MathRevolution wrote:

[GMAT math practice question]

If \(0<2x+3y<10\) and \(-10<3x+2y<0\), then which of the following must be true?

\(I. x<0\)

\(II. y<0\)

\(III. x<y\)

A. I only

B. II only

C. I & II

D. I & III

E. I, II, &III

We see that x and y can’t be both positive or both negative. If x and y are both positive, then the second inequality will not hold. Similarly, if x and y are both negative, then the first inequality will not hold. Therefore, we must consider two separate cases: (1) x is negative and y is positive and (2) x is positive and y is negative.

Case 1. Let’s assume that x is negative and y is positive.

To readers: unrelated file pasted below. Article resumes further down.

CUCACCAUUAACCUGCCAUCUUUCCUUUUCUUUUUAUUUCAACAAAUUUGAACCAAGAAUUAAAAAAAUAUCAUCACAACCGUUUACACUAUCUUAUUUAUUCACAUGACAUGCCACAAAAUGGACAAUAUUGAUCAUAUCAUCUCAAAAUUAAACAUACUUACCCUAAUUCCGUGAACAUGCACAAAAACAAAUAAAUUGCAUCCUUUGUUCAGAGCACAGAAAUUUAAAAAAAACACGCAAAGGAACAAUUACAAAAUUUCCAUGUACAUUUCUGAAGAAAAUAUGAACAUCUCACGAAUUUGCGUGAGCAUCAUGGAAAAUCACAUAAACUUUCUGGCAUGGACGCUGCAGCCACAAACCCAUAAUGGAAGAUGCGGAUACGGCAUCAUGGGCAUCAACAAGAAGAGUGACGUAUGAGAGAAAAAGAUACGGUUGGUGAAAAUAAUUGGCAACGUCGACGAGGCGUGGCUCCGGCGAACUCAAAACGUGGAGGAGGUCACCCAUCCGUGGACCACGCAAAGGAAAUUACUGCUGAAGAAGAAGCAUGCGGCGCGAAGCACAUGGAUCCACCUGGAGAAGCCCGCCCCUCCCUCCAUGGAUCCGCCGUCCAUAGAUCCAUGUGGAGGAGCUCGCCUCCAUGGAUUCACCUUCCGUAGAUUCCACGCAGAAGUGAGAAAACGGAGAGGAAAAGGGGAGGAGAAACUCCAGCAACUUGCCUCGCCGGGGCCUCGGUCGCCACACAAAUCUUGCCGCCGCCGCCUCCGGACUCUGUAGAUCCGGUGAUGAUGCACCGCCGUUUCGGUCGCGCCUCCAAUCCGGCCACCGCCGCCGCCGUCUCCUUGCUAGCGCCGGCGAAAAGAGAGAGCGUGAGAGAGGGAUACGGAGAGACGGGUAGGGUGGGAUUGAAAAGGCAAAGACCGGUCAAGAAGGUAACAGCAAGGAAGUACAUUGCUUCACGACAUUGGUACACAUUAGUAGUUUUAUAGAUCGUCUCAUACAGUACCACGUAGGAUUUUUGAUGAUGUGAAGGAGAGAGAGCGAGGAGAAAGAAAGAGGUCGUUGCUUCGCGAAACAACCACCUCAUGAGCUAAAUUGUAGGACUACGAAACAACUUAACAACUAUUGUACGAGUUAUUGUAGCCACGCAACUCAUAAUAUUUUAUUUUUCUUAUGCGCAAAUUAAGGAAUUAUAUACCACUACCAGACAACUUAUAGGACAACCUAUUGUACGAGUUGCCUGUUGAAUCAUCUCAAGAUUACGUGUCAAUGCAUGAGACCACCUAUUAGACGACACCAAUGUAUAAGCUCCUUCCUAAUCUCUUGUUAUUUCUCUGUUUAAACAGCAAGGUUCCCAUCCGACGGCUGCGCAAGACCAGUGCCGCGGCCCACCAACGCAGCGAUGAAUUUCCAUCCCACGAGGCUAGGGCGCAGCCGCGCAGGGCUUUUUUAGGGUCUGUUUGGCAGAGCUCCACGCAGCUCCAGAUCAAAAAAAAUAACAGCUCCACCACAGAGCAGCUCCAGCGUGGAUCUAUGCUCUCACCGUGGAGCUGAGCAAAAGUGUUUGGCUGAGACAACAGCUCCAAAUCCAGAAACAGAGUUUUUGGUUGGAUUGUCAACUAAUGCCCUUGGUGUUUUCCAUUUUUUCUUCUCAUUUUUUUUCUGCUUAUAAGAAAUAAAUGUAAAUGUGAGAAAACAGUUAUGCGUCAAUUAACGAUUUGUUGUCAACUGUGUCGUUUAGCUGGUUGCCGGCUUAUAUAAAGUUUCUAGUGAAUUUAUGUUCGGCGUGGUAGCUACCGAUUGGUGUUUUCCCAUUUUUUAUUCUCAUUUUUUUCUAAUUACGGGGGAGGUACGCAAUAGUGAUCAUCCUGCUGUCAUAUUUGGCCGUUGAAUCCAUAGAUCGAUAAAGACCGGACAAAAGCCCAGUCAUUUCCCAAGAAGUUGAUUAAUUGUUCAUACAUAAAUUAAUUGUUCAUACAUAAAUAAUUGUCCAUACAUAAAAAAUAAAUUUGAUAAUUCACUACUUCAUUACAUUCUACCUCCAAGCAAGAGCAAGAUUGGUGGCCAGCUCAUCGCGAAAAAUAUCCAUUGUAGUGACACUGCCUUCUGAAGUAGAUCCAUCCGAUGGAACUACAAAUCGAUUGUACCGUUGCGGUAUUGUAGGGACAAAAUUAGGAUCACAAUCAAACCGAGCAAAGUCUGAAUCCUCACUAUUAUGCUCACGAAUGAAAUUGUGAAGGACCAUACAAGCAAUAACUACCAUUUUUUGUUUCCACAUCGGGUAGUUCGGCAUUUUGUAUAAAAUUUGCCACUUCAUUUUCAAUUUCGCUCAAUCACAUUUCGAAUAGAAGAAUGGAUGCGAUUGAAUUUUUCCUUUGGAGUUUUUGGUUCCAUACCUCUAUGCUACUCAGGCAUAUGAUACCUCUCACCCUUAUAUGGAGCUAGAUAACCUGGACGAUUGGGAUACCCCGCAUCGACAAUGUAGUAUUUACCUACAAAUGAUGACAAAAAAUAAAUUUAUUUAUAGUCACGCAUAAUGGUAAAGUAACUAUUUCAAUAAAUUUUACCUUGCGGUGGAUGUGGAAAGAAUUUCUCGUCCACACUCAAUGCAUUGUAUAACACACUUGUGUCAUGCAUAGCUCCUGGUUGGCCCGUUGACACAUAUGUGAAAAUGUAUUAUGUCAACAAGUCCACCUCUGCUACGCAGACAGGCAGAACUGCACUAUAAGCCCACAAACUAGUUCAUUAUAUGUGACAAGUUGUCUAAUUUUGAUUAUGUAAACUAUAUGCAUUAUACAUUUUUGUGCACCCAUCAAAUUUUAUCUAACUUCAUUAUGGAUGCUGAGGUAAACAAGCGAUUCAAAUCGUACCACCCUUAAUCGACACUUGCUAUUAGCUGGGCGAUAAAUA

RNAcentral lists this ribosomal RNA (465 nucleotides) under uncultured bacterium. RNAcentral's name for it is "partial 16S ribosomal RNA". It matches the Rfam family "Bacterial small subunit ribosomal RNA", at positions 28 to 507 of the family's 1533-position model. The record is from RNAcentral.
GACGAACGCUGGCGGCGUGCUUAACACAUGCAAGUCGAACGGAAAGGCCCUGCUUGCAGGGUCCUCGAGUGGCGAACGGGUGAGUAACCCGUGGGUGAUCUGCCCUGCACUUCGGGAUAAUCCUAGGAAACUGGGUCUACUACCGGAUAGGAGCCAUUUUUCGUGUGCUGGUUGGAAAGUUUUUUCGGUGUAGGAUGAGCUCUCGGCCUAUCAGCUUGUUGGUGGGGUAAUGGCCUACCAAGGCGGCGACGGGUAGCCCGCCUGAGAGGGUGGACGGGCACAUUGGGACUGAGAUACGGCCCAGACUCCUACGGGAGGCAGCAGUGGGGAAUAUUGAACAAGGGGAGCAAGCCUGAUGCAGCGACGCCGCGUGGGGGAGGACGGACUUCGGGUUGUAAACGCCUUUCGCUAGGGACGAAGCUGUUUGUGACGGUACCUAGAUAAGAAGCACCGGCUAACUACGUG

For example, If x = -5 and y = 5, we see that we do have 0 < 2x + 3y < 10 and -10 < 3x + 2y < 0.

Case 2. Now let’s assume that x is positive and y is negative. We see that the absolute value of y must be greater than the absolute value of x in order for the second inequality to hold.

For example, if x = 2, y has to be less than -3 in order to have -10 < 3x + 2y < 0. However, in that case, the first inequality will never hold since 2x + 3y will be negative. Thus we can’t have x as positive and y as negative.

Thus it must be true that x is negative and y is positive and in that case we also have x < y. Thus, Statements I and III must be true.

Answer: D

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